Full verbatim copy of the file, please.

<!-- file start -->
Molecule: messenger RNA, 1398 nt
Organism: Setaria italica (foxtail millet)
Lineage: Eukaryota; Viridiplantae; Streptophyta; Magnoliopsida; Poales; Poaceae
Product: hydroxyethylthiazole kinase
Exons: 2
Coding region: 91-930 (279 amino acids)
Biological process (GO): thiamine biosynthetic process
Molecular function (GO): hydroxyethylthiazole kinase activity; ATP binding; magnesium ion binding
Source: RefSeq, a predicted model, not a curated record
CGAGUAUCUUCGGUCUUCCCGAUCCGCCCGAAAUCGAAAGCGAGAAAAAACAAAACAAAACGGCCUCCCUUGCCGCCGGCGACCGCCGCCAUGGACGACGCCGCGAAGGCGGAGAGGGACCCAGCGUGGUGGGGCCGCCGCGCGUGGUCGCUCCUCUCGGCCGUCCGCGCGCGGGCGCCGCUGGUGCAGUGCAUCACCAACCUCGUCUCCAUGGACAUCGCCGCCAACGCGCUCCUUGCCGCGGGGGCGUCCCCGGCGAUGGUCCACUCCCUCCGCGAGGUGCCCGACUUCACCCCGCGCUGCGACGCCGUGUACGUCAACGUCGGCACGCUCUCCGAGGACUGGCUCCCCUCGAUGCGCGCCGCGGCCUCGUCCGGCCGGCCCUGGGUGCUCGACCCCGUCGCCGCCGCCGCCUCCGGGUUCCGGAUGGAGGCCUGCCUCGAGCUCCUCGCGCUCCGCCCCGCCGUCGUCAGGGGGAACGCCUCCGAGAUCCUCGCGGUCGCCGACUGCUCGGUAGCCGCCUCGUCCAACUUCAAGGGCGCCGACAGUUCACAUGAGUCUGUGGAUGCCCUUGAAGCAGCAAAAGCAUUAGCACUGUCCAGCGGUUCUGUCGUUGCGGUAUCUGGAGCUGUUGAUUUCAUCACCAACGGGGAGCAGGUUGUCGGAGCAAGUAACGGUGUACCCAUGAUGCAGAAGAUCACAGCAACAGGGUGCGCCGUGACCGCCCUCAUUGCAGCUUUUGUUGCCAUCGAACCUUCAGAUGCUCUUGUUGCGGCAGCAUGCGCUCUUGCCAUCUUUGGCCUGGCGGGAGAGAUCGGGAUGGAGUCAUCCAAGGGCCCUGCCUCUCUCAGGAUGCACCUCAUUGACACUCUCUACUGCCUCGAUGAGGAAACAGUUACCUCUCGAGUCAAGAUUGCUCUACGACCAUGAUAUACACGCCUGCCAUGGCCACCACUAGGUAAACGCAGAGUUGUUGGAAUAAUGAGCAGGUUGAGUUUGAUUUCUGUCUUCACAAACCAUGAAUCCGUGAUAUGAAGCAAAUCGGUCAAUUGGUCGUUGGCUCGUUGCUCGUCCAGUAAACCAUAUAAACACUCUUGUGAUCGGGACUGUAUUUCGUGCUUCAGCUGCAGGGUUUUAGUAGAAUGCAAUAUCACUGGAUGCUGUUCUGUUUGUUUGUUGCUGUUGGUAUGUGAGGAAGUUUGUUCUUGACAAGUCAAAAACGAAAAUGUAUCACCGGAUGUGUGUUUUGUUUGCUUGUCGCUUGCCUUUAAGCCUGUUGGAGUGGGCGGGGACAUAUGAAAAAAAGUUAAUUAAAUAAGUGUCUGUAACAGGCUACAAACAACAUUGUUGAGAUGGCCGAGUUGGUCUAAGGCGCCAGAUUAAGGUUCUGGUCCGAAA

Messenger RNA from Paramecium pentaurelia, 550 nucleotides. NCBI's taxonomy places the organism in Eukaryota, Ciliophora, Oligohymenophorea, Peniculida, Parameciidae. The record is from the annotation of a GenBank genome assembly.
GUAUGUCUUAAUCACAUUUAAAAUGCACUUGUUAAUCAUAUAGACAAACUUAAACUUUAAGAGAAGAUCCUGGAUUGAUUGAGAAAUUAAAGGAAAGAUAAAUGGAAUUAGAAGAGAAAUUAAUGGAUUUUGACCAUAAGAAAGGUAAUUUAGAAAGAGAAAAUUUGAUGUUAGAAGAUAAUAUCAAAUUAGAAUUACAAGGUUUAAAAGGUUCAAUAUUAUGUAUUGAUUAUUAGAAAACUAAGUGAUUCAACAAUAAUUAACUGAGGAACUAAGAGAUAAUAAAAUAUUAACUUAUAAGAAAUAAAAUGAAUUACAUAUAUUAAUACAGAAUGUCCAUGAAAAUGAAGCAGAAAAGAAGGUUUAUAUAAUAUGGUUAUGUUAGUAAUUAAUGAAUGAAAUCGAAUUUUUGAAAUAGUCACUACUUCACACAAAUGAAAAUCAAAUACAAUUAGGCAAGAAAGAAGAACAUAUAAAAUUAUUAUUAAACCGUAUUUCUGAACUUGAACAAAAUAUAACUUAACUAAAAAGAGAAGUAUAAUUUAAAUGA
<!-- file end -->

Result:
Molecule: messenger RNA, 1398 nt
Organism: Setaria italica (foxtail millet)
Lineage: Eukaryota; Viridiplantae; Streptophyta; Magnoliopsida; Poales; Poaceae
Product: hydroxyethylthiazole kinase
Exons: 2
Coding region: 91-930 (279 amino acids)
Biological process (GO): thiamine biosynthetic process
Molecular function (GO): hydroxyethylthiazole kinase activity; ATP binding; magnesium ion binding
Source: RefSeq, a predicted model, not a curated record
CGAGUAUCUUCGGUCUUCCCGAUCCGCCCGAAAUCGAAAGCGAGAAAAAACAAAACAAAACGGCCUCCCUUGCCGCCGGCGACCGCCGCCAUGGACGACGCCGCGAAGGCGGAGAGGGACCCAGCGUGGUGGGGCCGCCGCGCGUGGUCGCUCCUCUCGGCCGUCCGCGCGCGGGCGCCGCUGGUGCAGUGCAUCACCAACCUCGUCUCCAUGGACAUCGCCGCCAACGCGCUCCUUGCCGCGGGGGCGUCCCCGGCGAUGGUCCACUCCCUCCGCGAGGUGCCCGACUUCACCCCGCGCUGCGACGCCGUGUACGUCAACGUCGGCACGCUCUCCGAGGACUGGCUCCCCUCGAUGCGCGCCGCGGCCUCGUCCGGCCGGCCCUGGGUGCUCGACCCCGUCGCCGCCGCCGCCUCCGGGUUCCGGAUGGAGGCCUGCCUCGAGCUCCUCGCGCUCCGCCCCGCCGUCGUCAGGGGGAACGCCUCCGAGAUCCUCGCGGUCGCCGACUGCUCGGUAGCCGCCUCGUCCAACUUCAAGGGCGCCGACAGUUCACAUGAGUCUGUGGAUGCCCUUGAAGCAGCAAAAGCAUUAGCACUGUCCAGCGGUUCUGUCGUUGCGGUAUCUGGAGCUGUUGAUUUCAUCACCAACGGGGAGCAGGUUGUCGGAGCAAGUAACGGUGUACCCAUGAUGCAGAAGAUCACAGCAACAGGGUGCGCCGUGACCGCCCUCAUUGCAGCUUUUGUUGCCAUCGAACCUUCAGAUGCUCUUGUUGCGGCAGCAUGCGCUCUUGCCAUCUUUGGCCUGGCGGGAGAGAUCGGGAUGGAGUCAUCCAAGGGCCCUGCCUCUCUCAGGAUGCACCUCAUUGACACUCUCUACUGCCUCGAUGAGGAAACAGUUACCUCUCGAGUCAAGAUUGCUCUACGACCAUGAUAUACACGCCUGCCAUGGCCACCACUAGGUAAACGCAGAGUUGUUGGAAUAAUGAGCAGGUUGAGUUUGAUUUCUGUCUUCACAAACCAUGAAUCCGUGAUAUGAAGCAAAUCGGUCAAUUGGUCGUUGGCUCGUUGCUCGUCCAGUAAACCAUAUAAACACUCUUGUGAUCGGGACUGUAUUUCGUGCUUCAGCUGCAGGGUUUUAGUAGAAUGCAAUAUCACUGGAUGCUGUUCUGUUUGUUUGUUGCUGUUGGUAUGUGAGGAAGUUUGUUCUUGACAAGUCAAAAACGAAAAUGUAUCACCGGAUGUGUGUUUUGUUUGCUUGUCGCUUGCCUUUAAGCCUGUUGGAGUGGGCGGGGACAUAUGAAAAAAAGUUAAUUAAAUAAGUGUCUGUAACAGGCUACAAACAACAUUGUUGAGAUGGCCGAGUUGGUCUAAGGCGCCAGAUUAAGGUUCUGGUCCGAAA

Messenger RNA from Paramecium pentaurelia, 550 nucleotides. NCBI's taxonomy places the organism in Eukaryota, Ciliophora, Oligohymenophorea, Peniculida, Parameciidae. The record is from the annotation of a GenBank genome assembly.
GUAUGUCUUAAUCACAUUUAAAAUGCACUUGUUAAUCAUAUAGACAAACUUAAACUUUAAGAGAAGAUCCUGGAUUGAUUGAGAAAUUAAAGGAAAGAUAAAUGGAAUUAGAAGAGAAAUUAAUGGAUUUUGACCAUAAGAAAGGUAAUUUAGAAAGAGAAAAUUUGAUGUUAGAAGAUAAUAUCAAAUUAGAAUUACAAGGUUUAAAAGGUUCAAUAUUAUGUAUUGAUUAUUAGAAAACUAAGUGAUUCAACAAUAAUUAACUGAGGAACUAAGAGAUAAUAAAAUAUUAACUUAUAAGAAAUAAAAUGAAUUACAUAUAUUAAUACAGAAUGUCCAUGAAAAUGAAGCAGAAAAGAAGGUUUAUAUAAUAUGGUUAUGUUAGUAAUUAAUGAAUGAAAUCGAAUUUUUGAAAUAGUCACUACUUCACACAAAUGAAAAUCAAAUACAAUUAGGCAAGAAAGAAGAACAUAUAAAAUUAUUAUUAAACCGUAUUUCUGAACUUGAACAAAAUAUAACUUAACUAAAAAGAGAAGUAUAAUUUAAAUGA